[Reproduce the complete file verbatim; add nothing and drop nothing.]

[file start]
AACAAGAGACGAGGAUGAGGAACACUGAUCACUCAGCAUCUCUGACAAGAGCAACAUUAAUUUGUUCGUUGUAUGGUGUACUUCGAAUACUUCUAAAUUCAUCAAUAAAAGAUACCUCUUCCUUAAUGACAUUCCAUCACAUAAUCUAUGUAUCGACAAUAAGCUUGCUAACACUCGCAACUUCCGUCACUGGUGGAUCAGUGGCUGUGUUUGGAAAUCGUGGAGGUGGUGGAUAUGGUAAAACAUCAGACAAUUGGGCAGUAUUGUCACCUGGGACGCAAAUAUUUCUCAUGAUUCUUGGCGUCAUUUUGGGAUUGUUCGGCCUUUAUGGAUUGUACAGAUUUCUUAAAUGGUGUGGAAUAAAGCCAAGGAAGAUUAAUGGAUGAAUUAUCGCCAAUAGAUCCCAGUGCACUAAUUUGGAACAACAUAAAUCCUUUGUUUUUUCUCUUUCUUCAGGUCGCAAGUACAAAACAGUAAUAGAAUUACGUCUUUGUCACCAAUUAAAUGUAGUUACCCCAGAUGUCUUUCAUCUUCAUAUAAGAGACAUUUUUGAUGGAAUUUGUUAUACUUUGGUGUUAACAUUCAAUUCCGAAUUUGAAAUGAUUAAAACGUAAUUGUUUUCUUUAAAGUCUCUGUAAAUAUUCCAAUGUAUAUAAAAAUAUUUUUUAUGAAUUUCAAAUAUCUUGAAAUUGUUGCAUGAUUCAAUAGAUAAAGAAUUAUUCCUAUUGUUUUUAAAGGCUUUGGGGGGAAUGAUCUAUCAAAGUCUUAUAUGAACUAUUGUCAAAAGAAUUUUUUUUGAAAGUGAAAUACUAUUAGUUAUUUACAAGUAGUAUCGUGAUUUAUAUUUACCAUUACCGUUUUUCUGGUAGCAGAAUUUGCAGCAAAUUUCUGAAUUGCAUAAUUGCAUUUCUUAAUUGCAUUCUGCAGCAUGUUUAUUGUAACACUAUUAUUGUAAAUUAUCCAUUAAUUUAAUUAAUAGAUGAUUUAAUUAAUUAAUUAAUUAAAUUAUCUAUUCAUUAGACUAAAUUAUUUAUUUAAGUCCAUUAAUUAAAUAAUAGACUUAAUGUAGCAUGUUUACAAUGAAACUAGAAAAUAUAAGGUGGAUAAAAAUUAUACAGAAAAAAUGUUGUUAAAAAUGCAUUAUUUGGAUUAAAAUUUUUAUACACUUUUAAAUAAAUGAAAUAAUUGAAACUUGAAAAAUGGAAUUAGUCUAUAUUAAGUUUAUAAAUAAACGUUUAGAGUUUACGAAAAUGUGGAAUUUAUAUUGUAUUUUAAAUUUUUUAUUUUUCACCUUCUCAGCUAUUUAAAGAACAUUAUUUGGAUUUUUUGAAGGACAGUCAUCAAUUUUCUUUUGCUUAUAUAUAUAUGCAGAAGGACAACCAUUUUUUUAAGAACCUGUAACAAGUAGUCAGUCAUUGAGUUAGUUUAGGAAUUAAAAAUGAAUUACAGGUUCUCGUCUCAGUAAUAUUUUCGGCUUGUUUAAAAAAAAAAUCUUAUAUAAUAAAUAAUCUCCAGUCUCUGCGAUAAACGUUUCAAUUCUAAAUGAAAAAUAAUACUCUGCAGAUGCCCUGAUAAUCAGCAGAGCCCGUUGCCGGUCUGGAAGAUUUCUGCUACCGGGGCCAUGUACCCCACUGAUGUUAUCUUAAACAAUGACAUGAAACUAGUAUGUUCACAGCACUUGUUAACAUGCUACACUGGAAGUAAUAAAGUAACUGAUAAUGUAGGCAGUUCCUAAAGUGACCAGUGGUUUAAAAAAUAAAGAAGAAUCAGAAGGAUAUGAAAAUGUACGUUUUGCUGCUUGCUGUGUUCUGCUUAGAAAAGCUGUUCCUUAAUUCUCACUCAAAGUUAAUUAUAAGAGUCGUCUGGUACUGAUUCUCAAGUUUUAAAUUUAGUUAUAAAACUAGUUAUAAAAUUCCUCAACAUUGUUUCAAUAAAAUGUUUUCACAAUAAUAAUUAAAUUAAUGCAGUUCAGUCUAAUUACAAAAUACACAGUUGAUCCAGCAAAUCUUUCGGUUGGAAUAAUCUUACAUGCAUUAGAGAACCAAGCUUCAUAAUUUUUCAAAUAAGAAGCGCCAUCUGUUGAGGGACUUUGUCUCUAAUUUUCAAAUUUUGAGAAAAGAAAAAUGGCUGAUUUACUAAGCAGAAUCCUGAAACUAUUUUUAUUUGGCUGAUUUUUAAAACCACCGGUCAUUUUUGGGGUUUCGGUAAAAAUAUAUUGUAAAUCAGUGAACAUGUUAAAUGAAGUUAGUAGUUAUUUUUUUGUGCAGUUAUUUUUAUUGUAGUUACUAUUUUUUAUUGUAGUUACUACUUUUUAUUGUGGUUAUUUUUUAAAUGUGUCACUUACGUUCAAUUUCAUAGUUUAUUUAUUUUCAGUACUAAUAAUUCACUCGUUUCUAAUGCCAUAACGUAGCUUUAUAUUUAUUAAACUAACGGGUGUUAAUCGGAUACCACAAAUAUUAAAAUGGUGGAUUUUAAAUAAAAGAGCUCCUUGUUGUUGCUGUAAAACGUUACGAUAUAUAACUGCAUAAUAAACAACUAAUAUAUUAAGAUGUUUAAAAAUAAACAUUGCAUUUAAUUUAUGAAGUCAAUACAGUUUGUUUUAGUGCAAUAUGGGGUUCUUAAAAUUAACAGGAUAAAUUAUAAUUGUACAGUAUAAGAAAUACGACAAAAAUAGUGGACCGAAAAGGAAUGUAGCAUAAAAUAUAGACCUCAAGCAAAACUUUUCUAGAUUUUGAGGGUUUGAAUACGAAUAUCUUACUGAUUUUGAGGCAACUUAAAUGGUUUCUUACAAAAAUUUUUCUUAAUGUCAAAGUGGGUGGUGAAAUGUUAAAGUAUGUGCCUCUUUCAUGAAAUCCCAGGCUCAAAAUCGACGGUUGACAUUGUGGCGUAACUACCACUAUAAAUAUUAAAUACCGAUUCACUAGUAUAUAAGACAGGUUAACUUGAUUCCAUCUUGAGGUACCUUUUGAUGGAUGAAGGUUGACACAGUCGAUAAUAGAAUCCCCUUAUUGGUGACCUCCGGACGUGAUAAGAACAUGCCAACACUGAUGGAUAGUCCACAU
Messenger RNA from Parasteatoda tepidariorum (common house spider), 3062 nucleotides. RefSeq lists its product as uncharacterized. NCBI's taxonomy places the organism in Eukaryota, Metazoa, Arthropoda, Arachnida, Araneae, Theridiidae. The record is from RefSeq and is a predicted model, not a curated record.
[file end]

AACAAGAGACGAGGAUGAGGAACACUGAUCACUCAGCAUCUCUGACAAGAGCAACAUUAAUUUGUUCGUUGUAUGGUGUACUUCGAAUACUUCUAAAUUCAUCAAUAAAAGAUACCUCUUCCUUAAUGACAUUCCAUCACAUAAUCUAUGUAUCGACAAUAAGCUUGCUAACACUCGCAACUUCCGUCACUGGUGGAUCAGUGGCUGUGUUUGGAAAUCGUGGAGGUGGUGGAUAUGGUAAAACAUCAGACAAUUGGGCAGUAUUGUCACCUGGGACGCAAAUAUUUCUCAUGAUUCUUGGCGUCAUUUUGGGAUUGUUCGGCCUUUAUGGAUUGUACAGAUUUCUUAAAUGGUGUGGAAUAAAGCCAAGGAAGAUUAAUGGAUGAAUUAUCGCCAAUAGAUCCCAGUGCACUAAUUUGGAACAACAUAAAUCCUUUGUUUUUUCUCUUUCUUCAGGUCGCAAGUACAAAACAGUAAUAGAAUUACGUCUUUGUCACCAAUUAAAUGUAGUUACCCCAGAUGUCUUUCAUCUUCAUAUAAGAGACAUUUUUGAUGGAAUUUGUUAUACUUUGGUGUUAACAUUCAAUUCCGAAUUUGAAAUGAUUAAAACGUAAUUGUUUUCUUUAAAGUCUCUGUAAAUAUUCCAAUGUAUAUAAAAAUAUUUUUUAUGAAUUUCAAAUAUCUUGAAAUUGUUGCAUGAUUCAAUAGAUAAAGAAUUAUUCCUAUUGUUUUUAAAGGCUUUGGGGGGAAUGAUCUAUCAAAGUCUUAUAUGAACUAUUGUCAAAAGAAUUUUUUUUGAAAGUGAAAUACUAUUAGUUAUUUACAAGUAGUAUCGUGAUUUAUAUUUACCAUUACCGUUUUUCUGGUAGCAGAAUUUGCAGCAAAUUUCUGAAUUGCAUAAUUGCAUUUCUUAAUUGCAUUCUGCAGCAUGUUUAUUGUAACACUAUUAUUGUAAAUUAUCCAUUAAUUUAAUUAAUAGAUGAUUUAAUUAAUUAAUUAAUUAAAUUAUCUAUUCAUUAGACUAAAUUAUUUAUUUAAGUCCAUUAAUUAAAUAAUAGACUUAAUGUAGCAUGUUUACAAUGAAACUAGAAAAUAUAAGGUGGAUAAAAAUUAUACAGAAAAAAUGUUGUUAAAAAUGCAUUAUUUGGAUUAAAAUUUUUAUACACUUUUAAAUAAAUGAAAUAAUUGAAACUUGAAAAAUGGAAUUAGUCUAUAUUAAGUUUAUAAAUAAACGUUUAGAGUUUACGAAAAUGUGGAAUUUAUAUUGUAUUUUAAAUUUUUUAUUUUUCACCUUCUCAGCUAUUUAAAGAACAUUAUUUGGAUUUUUUGAAGGACAGUCAUCAAUUUUCUUUUGCUUAUAUAUAUAUGCAGAAGGACAACCAUUUUUUUAAGAACCUGUAACAAGUAGUCAGUCAUUGAGUUAGUUUAGGAAUUAAAAAUGAAUUACAGGUUCUCGUCUCAGUAAUAUUUUCGGCUUGUUUAAAAAAAAAAUCUUAUAUAAUAAAUAAUCUCCAGUCUCUGCGAUAAACGUUUCAAUUCUAAAUGAAAAAUAAUACUCUGCAGAUGCCCUGAUAAUCAGCAGAGCCCGUUGCCGGUCUGGAAGAUUUCUGCUACCGGGGCCAUGUACCCCACUGAUGUUAUCUUAAACAAUGACAUGAAACUAGUAUGUUCACAGCACUUGUUAACAUGCUACACUGGAAGUAAUAAAGUAACUGAUAAUGUAGGCAGUUCCUAAAGUGACCAGUGGUUUAAAAAAUAAAGAAGAAUCAGAAGGAUAUGAAAAUGUACGUUUUGCUGCUUGCUGUGUUCUGCUUAGAAAAGCUGUUCCUUAAUUCUCACUCAAAGUUAAUUAUAAGAGUCGUCUGGUACUGAUUCUCAAGUUUUAAAUUUAGUUAUAAAACUAGUUAUAAAAUUCCUCAACAUUGUUUCAAUAAAAUGUUUUCACAAUAAUAAUUAAAUUAAUGCAGUUCAGUCUAAUUACAAAAUACACAGUUGAUCCAGCAAAUCUUUCGGUUGGAAUAAUCUUACAUGCAUUAGAGAACCAAGCUUCAUAAUUUUUCAAAUAAGAAGCGCCAUCUGUUGAGGGACUUUGUCUCUAAUUUUCAAAUUUUGAGAAAAGAAAAAUGGCUGAUUUACUAAGCAGAAUCCUGAAACUAUUUUUAUUUGGCUGAUUUUUAAAACCACCGGUCAUUUUUGGGGUUUCGGUAAAAAUAUAUUGUAAAUCAGUGAACAUGUUAAAUGAAGUUAGUAGUUAUUUUUUUGUGCAGUUAUUUUUAUUGUAGUUACUAUUUUUUAUUGUAGUUACUACUUUUUAUUGUGGUUAUUUUUUAAAUGUGUCACUUACGUUCAAUUUCAUAGUUUAUUUAUUUUCAGUACUAAUAAUUCACUCGUUUCUAAUGCCAUAACGUAGCUUUAUAUUUAUUAAACUAACGGGUGUUAAUCGGAUACCACAAAUAUUAAAAUGGUGGAUUUUAAAUAAAAGAGCUCCUUGUUGUUGCUGUAAAACGUUACGAUAUAUAACUGCAUAAUAAACAACUAAUAUAUUAAGAUGUUUAAAAAUAAACAUUGCAUUUAAUUUAUGAAGUCAAUACAGUUUGUUUUAGUGCAAUAUGGGGUUCUUAAAAUUAACAGGAUAAAUUAUAAUUGUACAGUAUAAGAAAUACGACAAAAAUAGUGGACCGAAAAGGAAUGUAGCAUAAAAUAUAGACCUCAAGCAAAACUUUUCUAGAUUUUGAGGGUUUGAAUACGAAUAUCUUACUGAUUUUGAGGCAACUUAAAUGGUUUCUUACAAAAAUUUUUCUUAAUGUCAAAGUGGGUGGUGAAAUGUUAAAGUAUGUGCCUCUUUCAUGAAAUCCCAGGCUCAAAAUCGACGGUUGACAUUGUGGCGUAACUACCACUAUAAAUAUUAAAUACCGAUUCACUAGUAUAUAAGACAGGUUAACUUGAUUCCAUCUUGAGGUACCUUUUGAUGGAUGAAGGUUGACACAGUCGAUAAUAGAAUCCCCUUAUUGGUGACCUCCGGACGUGAUAAGAACAUGCCAACACUGAUGGAUAGUCCACAU
Messenger RNA from Parasteatoda tepidariorum (common house spider), 3062 nucleotides. RefSeq lists its product as uncharacterized. NCBI's taxonomy places the organism in Eukaryota, Metazoa, Arthropoda, Arachnida, Araneae, Theridiidae. The record is from RefSeq and is a predicted model, not a curated record.